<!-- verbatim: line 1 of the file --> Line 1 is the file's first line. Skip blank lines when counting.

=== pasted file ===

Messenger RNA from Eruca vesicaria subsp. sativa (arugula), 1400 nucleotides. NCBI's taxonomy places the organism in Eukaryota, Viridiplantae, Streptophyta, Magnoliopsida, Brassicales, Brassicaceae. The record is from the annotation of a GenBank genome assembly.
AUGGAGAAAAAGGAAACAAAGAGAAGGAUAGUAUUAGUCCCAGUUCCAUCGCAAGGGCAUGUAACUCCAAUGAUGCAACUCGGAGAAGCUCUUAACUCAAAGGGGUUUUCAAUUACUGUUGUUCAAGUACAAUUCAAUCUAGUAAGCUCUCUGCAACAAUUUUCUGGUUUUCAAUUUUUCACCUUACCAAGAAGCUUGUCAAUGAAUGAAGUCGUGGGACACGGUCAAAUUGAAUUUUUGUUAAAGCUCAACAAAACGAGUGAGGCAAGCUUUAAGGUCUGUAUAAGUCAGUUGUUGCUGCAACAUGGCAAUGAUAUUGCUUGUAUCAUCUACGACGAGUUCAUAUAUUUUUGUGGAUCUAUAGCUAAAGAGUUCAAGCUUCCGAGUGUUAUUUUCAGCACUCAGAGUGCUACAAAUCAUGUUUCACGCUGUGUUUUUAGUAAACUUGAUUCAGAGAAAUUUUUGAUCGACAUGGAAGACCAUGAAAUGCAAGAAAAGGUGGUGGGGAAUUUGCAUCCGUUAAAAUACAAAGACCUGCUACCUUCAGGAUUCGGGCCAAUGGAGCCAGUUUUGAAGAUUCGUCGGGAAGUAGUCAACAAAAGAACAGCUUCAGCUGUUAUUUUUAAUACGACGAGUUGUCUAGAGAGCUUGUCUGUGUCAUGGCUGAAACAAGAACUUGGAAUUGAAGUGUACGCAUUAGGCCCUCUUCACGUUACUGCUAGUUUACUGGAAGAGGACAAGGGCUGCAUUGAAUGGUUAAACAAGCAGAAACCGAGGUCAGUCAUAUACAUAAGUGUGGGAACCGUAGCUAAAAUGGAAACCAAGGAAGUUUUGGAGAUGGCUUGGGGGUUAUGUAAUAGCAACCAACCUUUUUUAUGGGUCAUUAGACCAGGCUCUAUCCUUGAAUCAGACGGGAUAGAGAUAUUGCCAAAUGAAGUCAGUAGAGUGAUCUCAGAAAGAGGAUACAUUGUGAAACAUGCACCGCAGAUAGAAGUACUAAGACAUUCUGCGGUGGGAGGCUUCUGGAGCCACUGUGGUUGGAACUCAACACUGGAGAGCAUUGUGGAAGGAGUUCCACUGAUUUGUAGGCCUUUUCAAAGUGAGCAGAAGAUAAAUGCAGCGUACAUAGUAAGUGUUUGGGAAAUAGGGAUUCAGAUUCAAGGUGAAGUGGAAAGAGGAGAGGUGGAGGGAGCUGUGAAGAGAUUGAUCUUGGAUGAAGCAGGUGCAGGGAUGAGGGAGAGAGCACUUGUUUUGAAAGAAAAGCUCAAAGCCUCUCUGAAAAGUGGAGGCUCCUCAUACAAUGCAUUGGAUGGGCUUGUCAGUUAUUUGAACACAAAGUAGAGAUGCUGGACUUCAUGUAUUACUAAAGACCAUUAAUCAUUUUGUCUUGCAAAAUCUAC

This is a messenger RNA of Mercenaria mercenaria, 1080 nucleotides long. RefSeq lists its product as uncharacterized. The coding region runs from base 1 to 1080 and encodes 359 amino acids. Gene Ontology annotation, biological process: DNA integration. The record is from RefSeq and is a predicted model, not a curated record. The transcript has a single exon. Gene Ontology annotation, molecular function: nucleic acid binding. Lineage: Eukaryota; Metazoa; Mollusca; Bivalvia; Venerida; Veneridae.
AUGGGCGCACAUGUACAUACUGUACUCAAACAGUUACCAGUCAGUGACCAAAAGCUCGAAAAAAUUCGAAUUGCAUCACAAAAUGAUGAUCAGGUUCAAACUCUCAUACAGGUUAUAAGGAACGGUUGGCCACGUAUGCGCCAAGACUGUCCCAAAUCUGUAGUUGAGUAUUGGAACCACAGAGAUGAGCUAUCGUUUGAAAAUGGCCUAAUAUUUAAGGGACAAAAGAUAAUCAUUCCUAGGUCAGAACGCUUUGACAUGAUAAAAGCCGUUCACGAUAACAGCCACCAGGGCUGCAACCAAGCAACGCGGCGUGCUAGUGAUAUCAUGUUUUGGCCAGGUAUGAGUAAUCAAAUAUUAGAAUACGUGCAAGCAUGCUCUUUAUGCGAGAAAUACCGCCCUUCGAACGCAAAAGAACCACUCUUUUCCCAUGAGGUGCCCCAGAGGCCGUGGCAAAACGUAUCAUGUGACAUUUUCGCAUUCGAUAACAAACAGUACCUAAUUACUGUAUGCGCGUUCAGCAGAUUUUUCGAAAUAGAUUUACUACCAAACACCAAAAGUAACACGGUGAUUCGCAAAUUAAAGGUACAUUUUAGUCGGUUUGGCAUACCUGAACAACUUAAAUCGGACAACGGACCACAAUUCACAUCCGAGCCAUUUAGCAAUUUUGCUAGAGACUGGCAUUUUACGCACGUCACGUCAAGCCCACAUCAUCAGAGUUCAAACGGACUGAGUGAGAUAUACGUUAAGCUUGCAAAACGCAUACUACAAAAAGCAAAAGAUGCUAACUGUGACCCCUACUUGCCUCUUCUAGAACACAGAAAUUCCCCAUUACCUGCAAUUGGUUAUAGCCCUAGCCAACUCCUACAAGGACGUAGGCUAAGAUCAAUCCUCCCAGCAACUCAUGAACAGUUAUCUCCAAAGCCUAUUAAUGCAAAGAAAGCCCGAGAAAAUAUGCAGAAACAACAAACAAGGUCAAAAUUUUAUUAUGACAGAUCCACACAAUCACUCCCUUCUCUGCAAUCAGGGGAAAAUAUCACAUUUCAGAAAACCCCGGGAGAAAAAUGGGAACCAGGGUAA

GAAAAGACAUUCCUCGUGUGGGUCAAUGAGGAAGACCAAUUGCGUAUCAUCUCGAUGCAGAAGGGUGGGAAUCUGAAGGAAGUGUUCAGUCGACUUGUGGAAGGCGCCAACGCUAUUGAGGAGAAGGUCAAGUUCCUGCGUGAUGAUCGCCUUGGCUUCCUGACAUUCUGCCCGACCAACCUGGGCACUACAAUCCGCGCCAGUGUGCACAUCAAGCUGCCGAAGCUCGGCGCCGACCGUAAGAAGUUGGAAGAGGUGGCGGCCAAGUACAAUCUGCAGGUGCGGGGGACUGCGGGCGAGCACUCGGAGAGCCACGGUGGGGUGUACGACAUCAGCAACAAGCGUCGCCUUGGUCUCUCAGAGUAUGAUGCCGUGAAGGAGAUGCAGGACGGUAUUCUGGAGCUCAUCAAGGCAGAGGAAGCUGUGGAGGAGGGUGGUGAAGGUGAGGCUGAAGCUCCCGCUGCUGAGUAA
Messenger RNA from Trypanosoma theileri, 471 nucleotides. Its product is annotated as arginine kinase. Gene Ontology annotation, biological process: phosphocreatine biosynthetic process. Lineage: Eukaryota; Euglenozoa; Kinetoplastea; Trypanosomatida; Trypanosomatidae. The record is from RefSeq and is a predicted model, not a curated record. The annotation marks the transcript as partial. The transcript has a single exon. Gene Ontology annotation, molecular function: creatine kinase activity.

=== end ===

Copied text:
Messenger RNA from Eruca vesicaria subsp. sativa (arugula), 1400 nucleotides. NCBI's taxonomy places the organism in Eukaryota, Viridiplantae, Streptophyta, Magnoliopsida, Brassicales, Brassicaceae. The record is from the annotation of a GenBank genome assembly.